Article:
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I have jumpseated on several long haul flights (mostly 747's and 777's). Typically once you are two hours from the coast (atlantic or pacific) atc can no longer contact you over the radio, but instead you get most info over acars. So most of the time at this point headsets come off and books, magazines, dvd players, and laptops are brought out. These pilots have a passion for flying. However, watching the instruments on a modern automated aircraft for 8 hours gets old pretty quick.David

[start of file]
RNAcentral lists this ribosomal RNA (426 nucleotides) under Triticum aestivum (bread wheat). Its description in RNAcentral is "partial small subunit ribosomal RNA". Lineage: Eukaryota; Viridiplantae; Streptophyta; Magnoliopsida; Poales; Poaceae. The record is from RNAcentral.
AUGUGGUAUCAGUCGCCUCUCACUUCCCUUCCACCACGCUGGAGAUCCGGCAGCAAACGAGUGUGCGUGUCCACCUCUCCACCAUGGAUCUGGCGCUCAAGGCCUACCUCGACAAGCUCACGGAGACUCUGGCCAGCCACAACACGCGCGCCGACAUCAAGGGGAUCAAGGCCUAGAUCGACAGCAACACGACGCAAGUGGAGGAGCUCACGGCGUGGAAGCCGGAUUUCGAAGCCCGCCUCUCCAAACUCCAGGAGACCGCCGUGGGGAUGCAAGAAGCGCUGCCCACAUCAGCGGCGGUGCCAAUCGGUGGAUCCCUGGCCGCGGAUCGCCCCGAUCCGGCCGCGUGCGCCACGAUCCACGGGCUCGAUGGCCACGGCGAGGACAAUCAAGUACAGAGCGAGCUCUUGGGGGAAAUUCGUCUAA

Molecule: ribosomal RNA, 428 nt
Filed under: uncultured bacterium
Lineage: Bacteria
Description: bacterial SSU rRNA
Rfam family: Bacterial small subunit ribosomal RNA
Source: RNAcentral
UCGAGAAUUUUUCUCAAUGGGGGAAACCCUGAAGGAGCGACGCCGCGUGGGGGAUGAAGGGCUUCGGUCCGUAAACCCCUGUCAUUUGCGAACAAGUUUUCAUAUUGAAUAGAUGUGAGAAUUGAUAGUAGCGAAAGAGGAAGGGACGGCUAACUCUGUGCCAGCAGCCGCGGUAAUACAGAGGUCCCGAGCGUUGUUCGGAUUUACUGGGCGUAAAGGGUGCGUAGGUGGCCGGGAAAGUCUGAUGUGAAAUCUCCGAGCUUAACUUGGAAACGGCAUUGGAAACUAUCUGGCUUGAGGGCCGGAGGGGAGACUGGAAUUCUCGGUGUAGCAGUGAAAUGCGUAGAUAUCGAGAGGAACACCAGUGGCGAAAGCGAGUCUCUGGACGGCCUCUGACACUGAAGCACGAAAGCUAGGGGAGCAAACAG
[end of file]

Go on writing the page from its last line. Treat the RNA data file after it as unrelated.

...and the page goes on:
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>>Only once the brakes are released for pushback does your>5:55 start >ticking. In the mean time you've been at "work">for 1:30 not >gettin' paid.>>I beg your pardon? Did I hear correctly? >I can understand that the companies don't pay you for driving>to the airport but as soon as you start the pre-briefing of>the crew, drive to the aircraft, do your walk-arounds... are>you telling me that time isn't accounted for on a pilot's>paycheck?>>That's correct, at most airlines you do not start getting paid until the aircraft starts moving. It's an hourly rate based on flying time, not on pre-flight, programming the FMS, etc.This is why a new-hire FO flying a CRJ might make $30 an hour, yet will earn only $25K a year that first year, if even that much! Visit these forums, where you will listen to the reality of the business:http://www.airlinepilotforums.com/Also their web site:http://airlinepilotcentral.com/Want to know what pilots are paid? Go here:http://www.willflyforfood.cc/airlinepilotpay/Example: At American airlines a first year MD-80 FO makes $35/Hr and is guaranteed 63 hours per month, or 73 hrs if on reserve. That works out to $26,460 per year in pay + whatever per diems work out to be.Airline pilots also earn a "per diem" or expense allowance for each hour they are away from home, at American Airlines that is $1.30 / hr for domestic and $2.00 / hr for international. Regards,http://www.dreamfleet2000.com/gfx/images/F...R_FORUM_LOU.jpg